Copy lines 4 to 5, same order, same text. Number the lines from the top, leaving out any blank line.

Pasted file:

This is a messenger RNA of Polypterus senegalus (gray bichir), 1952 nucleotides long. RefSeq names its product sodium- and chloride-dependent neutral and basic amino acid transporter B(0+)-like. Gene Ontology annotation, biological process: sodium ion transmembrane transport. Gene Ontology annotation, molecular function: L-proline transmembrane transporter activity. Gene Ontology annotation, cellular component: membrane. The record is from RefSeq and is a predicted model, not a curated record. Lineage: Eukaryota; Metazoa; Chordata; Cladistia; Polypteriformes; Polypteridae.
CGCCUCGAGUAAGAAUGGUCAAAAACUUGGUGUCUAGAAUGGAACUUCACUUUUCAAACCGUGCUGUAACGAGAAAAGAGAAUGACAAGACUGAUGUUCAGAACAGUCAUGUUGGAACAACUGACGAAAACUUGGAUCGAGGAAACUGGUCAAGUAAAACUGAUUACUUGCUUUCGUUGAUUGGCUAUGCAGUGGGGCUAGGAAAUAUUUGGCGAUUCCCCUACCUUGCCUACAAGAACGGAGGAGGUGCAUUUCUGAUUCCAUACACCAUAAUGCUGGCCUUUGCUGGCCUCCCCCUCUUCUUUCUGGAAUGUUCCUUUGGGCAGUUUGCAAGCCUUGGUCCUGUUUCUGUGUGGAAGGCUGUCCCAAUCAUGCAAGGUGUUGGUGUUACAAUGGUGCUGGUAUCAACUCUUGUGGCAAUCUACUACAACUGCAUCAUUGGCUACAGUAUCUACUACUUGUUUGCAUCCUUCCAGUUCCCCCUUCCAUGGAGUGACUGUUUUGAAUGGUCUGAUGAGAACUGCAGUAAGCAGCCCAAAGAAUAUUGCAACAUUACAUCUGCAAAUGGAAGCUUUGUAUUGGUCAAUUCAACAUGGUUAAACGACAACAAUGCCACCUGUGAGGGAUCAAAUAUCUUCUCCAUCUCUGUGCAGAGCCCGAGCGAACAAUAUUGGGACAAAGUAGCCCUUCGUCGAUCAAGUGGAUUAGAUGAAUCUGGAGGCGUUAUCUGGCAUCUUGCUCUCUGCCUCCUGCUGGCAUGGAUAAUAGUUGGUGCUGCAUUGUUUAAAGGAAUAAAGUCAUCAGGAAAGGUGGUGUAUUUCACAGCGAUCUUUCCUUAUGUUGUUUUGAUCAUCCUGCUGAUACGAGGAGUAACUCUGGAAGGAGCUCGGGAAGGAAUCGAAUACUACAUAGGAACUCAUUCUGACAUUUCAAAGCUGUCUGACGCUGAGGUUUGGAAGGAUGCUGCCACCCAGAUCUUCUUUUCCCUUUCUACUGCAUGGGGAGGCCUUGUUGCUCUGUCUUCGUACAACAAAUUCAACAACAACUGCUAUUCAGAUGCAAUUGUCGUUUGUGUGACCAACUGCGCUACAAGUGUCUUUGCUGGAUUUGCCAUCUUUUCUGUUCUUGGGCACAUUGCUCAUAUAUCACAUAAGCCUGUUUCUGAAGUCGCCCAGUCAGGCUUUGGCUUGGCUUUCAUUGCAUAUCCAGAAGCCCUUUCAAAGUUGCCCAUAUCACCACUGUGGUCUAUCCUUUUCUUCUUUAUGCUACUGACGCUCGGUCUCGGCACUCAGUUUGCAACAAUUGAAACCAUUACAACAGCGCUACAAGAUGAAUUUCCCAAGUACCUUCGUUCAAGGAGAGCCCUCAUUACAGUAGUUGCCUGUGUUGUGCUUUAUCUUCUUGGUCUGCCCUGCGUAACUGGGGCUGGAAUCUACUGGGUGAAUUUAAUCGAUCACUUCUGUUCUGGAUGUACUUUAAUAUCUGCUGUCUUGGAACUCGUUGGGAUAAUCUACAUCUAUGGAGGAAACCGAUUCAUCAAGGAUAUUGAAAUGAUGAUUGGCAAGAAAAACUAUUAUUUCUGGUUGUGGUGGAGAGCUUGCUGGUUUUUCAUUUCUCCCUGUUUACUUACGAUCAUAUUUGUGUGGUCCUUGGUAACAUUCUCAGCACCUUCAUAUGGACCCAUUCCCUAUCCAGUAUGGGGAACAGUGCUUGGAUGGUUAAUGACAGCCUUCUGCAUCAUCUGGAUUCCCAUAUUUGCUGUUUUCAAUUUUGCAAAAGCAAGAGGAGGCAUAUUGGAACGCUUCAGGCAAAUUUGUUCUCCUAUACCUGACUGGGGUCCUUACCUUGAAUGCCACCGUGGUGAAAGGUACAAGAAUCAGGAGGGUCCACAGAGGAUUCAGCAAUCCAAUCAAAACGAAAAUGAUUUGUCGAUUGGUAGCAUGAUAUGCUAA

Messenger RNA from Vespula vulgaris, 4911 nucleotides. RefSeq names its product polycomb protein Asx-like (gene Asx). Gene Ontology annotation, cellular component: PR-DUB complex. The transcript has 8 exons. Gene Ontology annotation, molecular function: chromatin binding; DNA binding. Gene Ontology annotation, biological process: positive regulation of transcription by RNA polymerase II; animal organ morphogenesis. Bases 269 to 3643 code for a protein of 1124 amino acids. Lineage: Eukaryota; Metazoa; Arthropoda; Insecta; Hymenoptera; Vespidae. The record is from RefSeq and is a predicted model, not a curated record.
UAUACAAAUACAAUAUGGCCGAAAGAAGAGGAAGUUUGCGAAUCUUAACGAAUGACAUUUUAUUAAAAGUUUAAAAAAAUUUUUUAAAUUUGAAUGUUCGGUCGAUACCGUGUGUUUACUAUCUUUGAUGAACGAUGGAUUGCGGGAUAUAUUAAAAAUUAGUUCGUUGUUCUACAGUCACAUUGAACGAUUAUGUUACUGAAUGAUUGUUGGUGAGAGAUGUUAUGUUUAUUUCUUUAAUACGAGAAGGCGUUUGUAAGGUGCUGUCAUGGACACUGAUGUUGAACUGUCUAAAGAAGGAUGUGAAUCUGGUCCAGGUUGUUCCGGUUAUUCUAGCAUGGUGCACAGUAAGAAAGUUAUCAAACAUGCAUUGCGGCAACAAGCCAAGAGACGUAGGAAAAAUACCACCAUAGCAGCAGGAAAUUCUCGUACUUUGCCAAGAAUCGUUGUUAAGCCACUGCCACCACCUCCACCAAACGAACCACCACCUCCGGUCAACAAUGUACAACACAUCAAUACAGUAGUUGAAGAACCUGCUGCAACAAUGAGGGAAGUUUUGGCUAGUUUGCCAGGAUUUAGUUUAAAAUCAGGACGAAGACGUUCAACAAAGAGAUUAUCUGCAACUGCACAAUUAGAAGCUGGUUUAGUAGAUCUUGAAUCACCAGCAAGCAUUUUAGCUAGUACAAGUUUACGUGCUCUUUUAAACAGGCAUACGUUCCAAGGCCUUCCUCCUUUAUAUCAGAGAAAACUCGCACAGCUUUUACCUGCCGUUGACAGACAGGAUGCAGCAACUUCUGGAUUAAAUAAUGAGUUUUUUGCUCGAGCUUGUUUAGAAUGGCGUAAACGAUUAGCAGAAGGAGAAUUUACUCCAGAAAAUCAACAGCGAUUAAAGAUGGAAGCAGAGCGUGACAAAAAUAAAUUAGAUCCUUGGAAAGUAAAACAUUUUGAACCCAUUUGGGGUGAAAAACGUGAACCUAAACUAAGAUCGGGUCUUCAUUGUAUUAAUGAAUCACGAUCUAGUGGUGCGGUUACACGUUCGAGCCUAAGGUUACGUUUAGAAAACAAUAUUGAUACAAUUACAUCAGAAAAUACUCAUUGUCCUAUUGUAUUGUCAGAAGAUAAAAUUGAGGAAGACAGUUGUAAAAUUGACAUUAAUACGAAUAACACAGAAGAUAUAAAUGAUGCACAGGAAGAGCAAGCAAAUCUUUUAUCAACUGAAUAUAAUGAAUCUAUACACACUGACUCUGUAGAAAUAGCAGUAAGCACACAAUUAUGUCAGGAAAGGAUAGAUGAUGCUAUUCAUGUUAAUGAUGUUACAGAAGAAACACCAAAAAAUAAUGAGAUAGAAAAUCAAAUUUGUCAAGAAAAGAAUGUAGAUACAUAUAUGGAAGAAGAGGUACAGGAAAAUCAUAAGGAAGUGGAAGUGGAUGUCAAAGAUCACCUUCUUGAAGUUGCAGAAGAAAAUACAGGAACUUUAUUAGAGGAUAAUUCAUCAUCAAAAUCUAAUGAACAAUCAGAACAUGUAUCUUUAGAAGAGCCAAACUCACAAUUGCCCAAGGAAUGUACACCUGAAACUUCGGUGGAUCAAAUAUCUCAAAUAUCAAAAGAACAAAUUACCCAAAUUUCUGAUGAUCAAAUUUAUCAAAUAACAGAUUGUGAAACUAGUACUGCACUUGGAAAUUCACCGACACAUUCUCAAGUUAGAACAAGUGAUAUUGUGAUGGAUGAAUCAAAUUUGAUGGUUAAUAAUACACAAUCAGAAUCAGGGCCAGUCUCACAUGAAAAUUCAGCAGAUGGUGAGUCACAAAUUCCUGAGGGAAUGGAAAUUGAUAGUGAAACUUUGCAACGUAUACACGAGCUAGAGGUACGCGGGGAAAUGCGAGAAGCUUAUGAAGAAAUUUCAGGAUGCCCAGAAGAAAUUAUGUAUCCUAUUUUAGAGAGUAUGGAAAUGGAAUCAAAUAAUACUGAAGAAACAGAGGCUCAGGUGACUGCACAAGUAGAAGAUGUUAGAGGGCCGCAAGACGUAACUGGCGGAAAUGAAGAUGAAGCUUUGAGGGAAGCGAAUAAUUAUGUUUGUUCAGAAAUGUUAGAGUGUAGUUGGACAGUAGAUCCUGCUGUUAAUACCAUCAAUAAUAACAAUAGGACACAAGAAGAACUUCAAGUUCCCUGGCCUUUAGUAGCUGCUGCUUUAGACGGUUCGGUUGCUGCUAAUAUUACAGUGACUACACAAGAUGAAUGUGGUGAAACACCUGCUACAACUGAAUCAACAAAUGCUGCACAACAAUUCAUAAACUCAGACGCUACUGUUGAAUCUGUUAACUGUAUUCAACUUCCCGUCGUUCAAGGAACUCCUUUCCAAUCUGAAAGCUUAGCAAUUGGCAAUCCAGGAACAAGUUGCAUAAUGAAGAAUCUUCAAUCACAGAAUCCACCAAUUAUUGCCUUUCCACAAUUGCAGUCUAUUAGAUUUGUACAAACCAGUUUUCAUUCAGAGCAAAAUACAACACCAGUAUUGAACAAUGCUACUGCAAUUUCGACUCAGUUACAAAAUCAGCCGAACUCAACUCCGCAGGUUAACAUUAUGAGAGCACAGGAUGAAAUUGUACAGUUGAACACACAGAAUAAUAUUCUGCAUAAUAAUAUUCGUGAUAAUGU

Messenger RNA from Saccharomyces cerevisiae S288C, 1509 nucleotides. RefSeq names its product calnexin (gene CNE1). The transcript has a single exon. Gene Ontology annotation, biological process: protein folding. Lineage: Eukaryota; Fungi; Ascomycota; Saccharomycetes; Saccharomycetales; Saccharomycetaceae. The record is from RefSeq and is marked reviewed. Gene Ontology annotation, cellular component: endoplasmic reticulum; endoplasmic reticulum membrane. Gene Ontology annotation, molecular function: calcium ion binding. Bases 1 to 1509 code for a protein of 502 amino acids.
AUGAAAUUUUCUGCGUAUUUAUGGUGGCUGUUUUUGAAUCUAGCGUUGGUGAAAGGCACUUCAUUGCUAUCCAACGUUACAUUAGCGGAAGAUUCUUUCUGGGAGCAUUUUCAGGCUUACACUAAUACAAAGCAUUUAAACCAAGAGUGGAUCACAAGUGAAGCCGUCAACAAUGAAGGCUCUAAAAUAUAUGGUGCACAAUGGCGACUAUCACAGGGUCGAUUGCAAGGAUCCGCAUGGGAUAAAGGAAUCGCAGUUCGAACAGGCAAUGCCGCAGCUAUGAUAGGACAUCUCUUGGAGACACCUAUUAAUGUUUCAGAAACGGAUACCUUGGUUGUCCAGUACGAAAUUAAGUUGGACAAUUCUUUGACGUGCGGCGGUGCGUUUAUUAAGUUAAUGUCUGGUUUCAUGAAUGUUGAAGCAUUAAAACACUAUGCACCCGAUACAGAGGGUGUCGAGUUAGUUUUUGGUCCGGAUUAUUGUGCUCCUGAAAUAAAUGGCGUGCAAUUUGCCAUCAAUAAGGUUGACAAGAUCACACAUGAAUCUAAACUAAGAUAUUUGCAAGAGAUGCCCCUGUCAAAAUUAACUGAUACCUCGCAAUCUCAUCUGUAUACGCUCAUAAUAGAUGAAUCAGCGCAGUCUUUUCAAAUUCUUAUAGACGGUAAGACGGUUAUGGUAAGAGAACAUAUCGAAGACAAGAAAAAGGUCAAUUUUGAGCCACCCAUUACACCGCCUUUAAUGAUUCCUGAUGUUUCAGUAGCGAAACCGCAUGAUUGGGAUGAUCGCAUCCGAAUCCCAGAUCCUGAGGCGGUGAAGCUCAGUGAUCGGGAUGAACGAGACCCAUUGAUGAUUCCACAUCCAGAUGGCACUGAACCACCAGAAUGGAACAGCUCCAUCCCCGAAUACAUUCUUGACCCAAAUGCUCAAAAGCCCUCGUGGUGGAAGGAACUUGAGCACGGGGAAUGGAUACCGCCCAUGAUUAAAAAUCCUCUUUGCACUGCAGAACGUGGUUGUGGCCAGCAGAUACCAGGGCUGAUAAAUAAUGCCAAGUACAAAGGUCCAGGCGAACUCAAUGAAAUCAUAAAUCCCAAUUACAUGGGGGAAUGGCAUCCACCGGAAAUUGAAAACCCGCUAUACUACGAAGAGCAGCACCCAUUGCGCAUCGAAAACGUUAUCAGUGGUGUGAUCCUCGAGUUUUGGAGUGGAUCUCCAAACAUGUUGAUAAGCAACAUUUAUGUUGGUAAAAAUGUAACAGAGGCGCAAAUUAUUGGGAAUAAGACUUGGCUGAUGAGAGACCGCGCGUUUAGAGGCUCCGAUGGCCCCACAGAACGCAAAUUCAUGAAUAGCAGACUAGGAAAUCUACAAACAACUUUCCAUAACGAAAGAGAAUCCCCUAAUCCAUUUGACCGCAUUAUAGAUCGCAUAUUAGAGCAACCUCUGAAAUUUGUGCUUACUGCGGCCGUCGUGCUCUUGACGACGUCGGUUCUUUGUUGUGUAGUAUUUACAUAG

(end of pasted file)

UAUACAAAUACAAUAUGGCCGAAAGAAGAGGAAGUUUGCGAAUCUUAACGAAUGACAUUUUAUUAAAAGUUUAAAAAAAUUUUUUAAAUUUGAAUGUUCGGUCGAUACCGUGUGUUUACUAUCUUUGAUGAACGAUGGAUUGCGGGAUAUAUUAAAAAUUAGUUCGUUGUUCUACAGUCACAUUGAACGAUUAUGUUACUGAAUGAUUGUUGGUGAGAGAUGUUAUGUUUAUUUCUUUAAUACGAGAAGGCGUUUGUAAGGUGCUGUCAUGGACACUGAUGUUGAACUGUCUAAAGAAGGAUGUGAAUCUGGUCCAGGUUGUUCCGGUUAUUCUAGCAUGGUGCACAGUAAGAAAGUUAUCAAACAUGCAUUGCGGCAACAAGCCAAGAGACGUAGGAAAAAUACCACCAUAGCAGCAGGAAAUUCUCGUACUUUGCCAAGAAUCGUUGUUAAGCCACUGCCACCACCUCCACCAAACGAACCACCACCUCCGGUCAACAAUGUACAACACAUCAAUACAGUAGUUGAAGAACCUGCUGCAACAAUGAGGGAAGUUUUGGCUAGUUUGCCAGGAUUUAGUUUAAAAUCAGGACGAAGACGUUCAACAAAGAGAUUAUCUGCAACUGCACAAUUAGAAGCUGGUUUAGUAGAUCUUGAAUCACCAGCAAGCAUUUUAGCUAGUACAAGUUUACGUGCUCUUUUAAACAGGCAUACGUUCCAAGGCCUUCCUCCUUUAUAUCAGAGAAAACUCGCACAGCUUUUACCUGCCGUUGACAGACAGGAUGCAGCAACUUCUGGAUUAAAUAAUGAGUUUUUUGCUCGAGCUUGUUUAGAAUGGCGUAAACGAUUAGCAGAAGGAGAAUUUACUCCAGAAAAUCAACAGCGAUUAAAGAUGGAAGCAGAGCGUGACAAAAAUAAAUUAGAUCCUUGGAAAGUAAAACAUUUUGAACCCAUUUGGGGUGAAAAACGUGAACCUAAACUAAGAUCGGGUCUUCAUUGUAUUAAUGAAUCACGAUCUAGUGGUGCGGUUACACGUUCGAGCCUAAGGUUACGUUUAGAAAACAAUAUUGAUACAAUUACAUCAGAAAAUACUCAUUGUCCUAUUGUAUUGUCAGAAGAUAAAAUUGAGGAAGACAGUUGUAAAAUUGACAUUAAUACGAAUAACACAGAAGAUAUAAAUGAUGCACAGGAAGAGCAAGCAAAUCUUUUAUCAACUGAAUAUAAUGAAUCUAUACACACUGACUCUGUAGAAAUAGCAGUAAGCACACAAUUAUGUCAGGAAAGGAUAGAUGAUGCUAUUCAUGUUAAUGAUGUUACAGAAGAAACACCAAAAAAUAAUGAGAUAGAAAAUCAAAUUUGUCAAGAAAAGAAUGUAGAUACAUAUAUGGAAGAAGAGGUACAGGAAAAUCAUAAGGAAGUGGAAGUGGAUGUCAAAGAUCACCUUCUUGAAGUUGCAGAAGAAAAUACAGGAACUUUAUUAGAGGAUAAUUCAUCAUCAAAAUCUAAUGAACAAUCAGAACAUGUAUCUUUAGAAGAGCCAAACUCACAAUUGCCCAAGGAAUGUACACCUGAAACUUCGGUGGAUCAAAUAUCUCAAAUAUCAAAAGAACAAAUUACCCAAAUUUCUGAUGAUCAAAUUUAUCAAAUAACAGAUUGUGAAACUAGUACUGCACUUGGAAAUUCACCGACACAUUCUCAAGUUAGAACAAGUGAUAUUGUGAUGGAUGAAUCAAAUUUGAUGGUUAAUAAUACACAAUCAGAAUCAGGGCCAGUCUCACAUGAAAAUUCAGCAGAUGGUGAGUCACAAAUUCCUGAGGGAAUGGAAAUUGAUAGUGAAACUUUGCAACGUAUACACGAGCUAGAGGUACGCGGGGAAAUGCGAGAAGCUUAUGAAGAAAUUUCAGGAUGCCCAGAAGAAAUUAUGUAUCCUAUUUUAGAGAGUAUGGAAAUGGAAUCAAAUAAUACUGAAGAAACAGAGGCUCAGGUGACUGCACAAGUAGAAGAUGUUAGAGGGCCGCAAGACGUAACUGGCGGAAAUGAAGAUGAAGCUUUGAGGGAAGCGAAUAAUUAUGUUUGUUCAGAAAUGUUAGAGUGUAGUUGGACAGUAGAUCCUGCUGUUAAUACCAUCAAUAAUAACAAUAGGACACAAGAAGAACUUCAAGUUCCCUGGCCUUUAGUAGCUGCUGCUUUAGACGGUUCGGUUGCUGCUAAUAUUACAGUGACUACACAAGAUGAAUGUGGUGAAACACCUGCUACAACUGAAUCAACAAAUGCUGCACAACAAUUCAUAAACUCAGACGCUACUGUUGAAUCUGUUAACUGUAUUCAACUUCCCGUCGUUCAAGGAACUCCUUUCCAAUCUGAAAGCUUAGCAAUUGGCAAUCCAGGAACAAGUUGCAUAAUGAAGAAUCUUCAAUCACAGAAUCCACCAAUUAUUGCCUUUCCACAAUUGCAGUCUAUUAGAUUUGUACAAACCAGUUUUCAUUCAGAGCAAAAUACAACACCAGUAUUGAACAAUGCUACUGCAAUUUCGACUCAGUUACAAAAUCAGCCGAACUCAACUCCGCAGGUUAACAUUAUGAGAGCACAGGAUGAAAUUGUACAGUUGAACACACAGAAUAAUAUUCUGCAUAAUAAUAUUCGUGAUAAUGU

Messenger RNA from Saccharomyces cerevisiae S288C, 1509 nucleotides. RefSeq names its product calnexin (gene CNE1). The transcript has a single exon. Gene Ontology annotation, biological process: protein folding. Lineage: Eukaryota; Fungi; Ascomycota; Saccharomycetes; Saccharomycetales; Saccharomycetaceae. The record is from RefSeq and is marked reviewed. Gene Ontology annotation, cellular component: endoplasmic reticulum; endoplasmic reticulum membrane. Gene Ontology annotation, molecular function: calcium ion binding. Bases 1 to 1509 code for a protein of 502 amino acids.